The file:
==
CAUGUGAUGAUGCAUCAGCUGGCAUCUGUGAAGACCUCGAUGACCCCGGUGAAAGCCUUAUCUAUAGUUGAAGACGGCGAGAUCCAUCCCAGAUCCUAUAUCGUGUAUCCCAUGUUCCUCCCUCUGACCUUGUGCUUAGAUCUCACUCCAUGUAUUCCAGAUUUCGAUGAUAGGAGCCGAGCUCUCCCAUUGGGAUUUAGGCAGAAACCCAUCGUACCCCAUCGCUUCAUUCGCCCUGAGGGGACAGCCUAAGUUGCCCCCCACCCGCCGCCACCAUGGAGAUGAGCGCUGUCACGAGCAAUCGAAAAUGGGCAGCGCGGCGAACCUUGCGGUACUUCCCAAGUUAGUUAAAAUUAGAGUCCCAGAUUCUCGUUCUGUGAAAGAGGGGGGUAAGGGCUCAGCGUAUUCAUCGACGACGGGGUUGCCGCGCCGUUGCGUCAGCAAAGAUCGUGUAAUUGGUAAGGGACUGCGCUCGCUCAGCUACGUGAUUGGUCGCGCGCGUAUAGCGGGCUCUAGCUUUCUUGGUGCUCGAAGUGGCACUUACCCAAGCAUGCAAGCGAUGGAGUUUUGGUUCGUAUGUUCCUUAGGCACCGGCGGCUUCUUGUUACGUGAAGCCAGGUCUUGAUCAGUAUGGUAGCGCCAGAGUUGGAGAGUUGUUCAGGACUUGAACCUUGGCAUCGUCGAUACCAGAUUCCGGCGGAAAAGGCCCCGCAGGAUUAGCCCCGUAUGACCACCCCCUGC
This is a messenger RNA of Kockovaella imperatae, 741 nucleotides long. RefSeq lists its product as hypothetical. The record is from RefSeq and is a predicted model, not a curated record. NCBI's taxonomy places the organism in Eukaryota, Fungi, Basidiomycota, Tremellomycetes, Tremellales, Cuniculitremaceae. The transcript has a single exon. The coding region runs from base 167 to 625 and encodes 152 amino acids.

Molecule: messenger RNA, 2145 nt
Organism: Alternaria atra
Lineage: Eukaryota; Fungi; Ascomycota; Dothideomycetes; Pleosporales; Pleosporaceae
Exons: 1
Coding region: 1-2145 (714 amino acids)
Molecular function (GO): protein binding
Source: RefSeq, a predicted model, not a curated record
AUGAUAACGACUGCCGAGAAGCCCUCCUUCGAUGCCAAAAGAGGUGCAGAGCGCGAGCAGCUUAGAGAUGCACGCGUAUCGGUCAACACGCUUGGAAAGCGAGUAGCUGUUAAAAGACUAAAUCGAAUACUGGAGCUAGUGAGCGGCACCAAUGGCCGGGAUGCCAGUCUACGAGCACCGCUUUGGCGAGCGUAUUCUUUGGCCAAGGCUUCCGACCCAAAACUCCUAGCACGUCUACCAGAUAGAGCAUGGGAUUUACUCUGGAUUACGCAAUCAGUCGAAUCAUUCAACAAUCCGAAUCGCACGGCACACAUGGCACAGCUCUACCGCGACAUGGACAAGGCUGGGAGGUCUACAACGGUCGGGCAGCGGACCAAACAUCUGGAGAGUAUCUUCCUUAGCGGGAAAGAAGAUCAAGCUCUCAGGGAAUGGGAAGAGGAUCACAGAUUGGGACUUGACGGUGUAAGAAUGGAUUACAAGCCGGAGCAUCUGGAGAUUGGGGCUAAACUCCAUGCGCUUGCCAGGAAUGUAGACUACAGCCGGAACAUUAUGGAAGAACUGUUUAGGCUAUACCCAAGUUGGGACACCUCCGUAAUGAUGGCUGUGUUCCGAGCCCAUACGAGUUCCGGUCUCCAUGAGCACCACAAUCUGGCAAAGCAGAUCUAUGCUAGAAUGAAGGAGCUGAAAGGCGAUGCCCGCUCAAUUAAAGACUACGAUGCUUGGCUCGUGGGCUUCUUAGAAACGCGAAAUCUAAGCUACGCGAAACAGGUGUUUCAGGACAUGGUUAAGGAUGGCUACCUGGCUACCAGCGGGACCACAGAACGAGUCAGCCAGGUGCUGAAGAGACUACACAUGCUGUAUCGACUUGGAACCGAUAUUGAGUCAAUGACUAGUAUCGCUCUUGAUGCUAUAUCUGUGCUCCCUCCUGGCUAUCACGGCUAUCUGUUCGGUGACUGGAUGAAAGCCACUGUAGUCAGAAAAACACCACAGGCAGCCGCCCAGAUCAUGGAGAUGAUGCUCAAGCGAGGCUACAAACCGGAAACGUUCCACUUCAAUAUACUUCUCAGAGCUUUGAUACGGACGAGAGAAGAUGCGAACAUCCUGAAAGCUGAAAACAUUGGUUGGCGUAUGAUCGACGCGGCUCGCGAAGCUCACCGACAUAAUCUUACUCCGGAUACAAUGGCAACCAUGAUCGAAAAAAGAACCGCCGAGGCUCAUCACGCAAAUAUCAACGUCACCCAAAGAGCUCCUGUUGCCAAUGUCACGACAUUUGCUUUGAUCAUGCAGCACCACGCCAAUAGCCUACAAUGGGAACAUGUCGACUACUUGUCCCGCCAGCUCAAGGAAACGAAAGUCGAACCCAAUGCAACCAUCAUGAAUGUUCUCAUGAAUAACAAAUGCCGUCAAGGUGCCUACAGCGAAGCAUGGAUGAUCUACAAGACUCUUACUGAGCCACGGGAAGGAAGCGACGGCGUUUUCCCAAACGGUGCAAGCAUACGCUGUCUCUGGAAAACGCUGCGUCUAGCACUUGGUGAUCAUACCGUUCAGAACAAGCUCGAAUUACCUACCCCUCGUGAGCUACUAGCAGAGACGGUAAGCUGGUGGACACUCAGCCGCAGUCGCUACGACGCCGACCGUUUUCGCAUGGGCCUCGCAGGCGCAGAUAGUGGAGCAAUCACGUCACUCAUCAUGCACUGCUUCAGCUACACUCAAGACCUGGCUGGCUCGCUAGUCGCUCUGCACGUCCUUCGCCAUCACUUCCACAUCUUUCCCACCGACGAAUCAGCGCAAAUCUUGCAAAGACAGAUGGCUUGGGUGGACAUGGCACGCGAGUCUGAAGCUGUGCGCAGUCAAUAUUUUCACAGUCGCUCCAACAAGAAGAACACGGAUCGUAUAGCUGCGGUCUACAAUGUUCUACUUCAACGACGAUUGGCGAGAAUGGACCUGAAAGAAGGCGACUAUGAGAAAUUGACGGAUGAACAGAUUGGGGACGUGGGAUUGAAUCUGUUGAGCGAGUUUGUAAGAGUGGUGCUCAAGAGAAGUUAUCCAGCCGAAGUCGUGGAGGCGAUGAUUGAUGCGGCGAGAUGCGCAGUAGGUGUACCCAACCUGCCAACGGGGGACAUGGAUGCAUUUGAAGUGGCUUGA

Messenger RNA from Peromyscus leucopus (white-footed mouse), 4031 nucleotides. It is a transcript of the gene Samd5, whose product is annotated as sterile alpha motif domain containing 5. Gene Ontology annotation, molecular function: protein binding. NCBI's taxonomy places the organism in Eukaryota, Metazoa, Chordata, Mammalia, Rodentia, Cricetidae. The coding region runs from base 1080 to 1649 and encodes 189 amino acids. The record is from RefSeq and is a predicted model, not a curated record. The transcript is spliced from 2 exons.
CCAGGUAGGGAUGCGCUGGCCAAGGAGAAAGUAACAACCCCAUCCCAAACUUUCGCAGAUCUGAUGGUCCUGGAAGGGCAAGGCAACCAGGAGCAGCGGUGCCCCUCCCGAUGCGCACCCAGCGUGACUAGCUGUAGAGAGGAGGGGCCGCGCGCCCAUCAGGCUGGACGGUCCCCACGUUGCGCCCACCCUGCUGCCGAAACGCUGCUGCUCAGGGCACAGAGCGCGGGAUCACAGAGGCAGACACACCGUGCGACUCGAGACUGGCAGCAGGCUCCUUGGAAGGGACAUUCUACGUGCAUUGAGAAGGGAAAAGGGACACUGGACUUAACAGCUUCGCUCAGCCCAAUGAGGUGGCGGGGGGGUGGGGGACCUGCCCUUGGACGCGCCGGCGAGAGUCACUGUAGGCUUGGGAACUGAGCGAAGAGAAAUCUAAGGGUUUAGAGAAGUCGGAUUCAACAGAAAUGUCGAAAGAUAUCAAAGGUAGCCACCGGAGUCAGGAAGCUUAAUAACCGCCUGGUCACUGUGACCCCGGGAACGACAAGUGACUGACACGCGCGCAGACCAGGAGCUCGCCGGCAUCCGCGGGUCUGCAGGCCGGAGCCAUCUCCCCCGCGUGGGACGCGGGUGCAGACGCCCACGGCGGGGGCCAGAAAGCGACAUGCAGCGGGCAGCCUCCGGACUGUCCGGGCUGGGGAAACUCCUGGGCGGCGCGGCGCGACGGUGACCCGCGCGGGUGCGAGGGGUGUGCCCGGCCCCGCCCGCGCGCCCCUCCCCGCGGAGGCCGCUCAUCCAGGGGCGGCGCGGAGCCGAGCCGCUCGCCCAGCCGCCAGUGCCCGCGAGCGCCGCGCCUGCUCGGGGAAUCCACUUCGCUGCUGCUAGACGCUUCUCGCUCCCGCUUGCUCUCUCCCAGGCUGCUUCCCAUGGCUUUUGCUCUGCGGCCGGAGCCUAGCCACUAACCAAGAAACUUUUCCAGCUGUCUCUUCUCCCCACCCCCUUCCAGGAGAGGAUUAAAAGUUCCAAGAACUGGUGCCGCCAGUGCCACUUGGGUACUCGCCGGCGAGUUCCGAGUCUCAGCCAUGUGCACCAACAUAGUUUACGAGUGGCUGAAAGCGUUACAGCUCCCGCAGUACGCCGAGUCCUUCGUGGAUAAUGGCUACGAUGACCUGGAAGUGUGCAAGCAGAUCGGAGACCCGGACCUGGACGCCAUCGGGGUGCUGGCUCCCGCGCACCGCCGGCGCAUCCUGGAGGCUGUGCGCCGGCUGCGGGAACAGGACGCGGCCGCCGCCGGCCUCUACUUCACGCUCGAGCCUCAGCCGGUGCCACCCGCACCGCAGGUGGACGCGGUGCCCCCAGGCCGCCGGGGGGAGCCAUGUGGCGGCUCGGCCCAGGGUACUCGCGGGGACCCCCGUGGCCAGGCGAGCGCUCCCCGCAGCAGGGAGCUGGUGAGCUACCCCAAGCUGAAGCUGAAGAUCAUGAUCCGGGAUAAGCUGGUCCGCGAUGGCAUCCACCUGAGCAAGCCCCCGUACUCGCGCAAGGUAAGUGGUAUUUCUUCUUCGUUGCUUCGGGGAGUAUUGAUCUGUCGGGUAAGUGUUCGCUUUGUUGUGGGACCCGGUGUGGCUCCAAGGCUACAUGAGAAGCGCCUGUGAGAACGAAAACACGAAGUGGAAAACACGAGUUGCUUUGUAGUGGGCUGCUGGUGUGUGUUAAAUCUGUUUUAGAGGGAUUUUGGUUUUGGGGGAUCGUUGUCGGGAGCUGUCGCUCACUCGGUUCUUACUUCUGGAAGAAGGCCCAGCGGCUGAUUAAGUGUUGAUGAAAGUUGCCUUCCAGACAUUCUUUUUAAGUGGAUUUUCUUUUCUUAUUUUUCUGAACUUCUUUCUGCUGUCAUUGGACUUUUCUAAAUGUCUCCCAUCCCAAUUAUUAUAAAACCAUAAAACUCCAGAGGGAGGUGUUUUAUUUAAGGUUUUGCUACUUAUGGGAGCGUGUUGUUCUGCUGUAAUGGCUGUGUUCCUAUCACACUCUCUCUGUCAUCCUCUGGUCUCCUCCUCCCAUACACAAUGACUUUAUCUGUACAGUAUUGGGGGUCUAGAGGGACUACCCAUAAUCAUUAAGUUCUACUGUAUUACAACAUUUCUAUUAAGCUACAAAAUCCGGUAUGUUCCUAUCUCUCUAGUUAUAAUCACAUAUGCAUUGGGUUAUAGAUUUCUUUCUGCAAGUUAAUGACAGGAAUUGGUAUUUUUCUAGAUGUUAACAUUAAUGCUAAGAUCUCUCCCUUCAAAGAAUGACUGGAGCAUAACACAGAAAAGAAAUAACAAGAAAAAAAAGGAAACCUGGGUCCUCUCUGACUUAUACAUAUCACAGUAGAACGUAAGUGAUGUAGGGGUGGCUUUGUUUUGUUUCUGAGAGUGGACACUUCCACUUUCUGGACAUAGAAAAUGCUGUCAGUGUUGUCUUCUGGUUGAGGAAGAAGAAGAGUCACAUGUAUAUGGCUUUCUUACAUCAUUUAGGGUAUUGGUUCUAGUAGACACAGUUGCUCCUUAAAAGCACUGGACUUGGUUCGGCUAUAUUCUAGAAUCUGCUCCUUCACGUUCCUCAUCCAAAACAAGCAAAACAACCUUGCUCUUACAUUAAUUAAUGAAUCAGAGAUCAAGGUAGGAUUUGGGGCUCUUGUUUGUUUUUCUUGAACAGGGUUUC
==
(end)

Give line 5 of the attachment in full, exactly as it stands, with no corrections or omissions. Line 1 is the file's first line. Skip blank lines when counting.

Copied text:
Lineage: Eukaryota; Fungi; Ascomycota; Dothideomycetes; Pleosporales; Pleosporaceae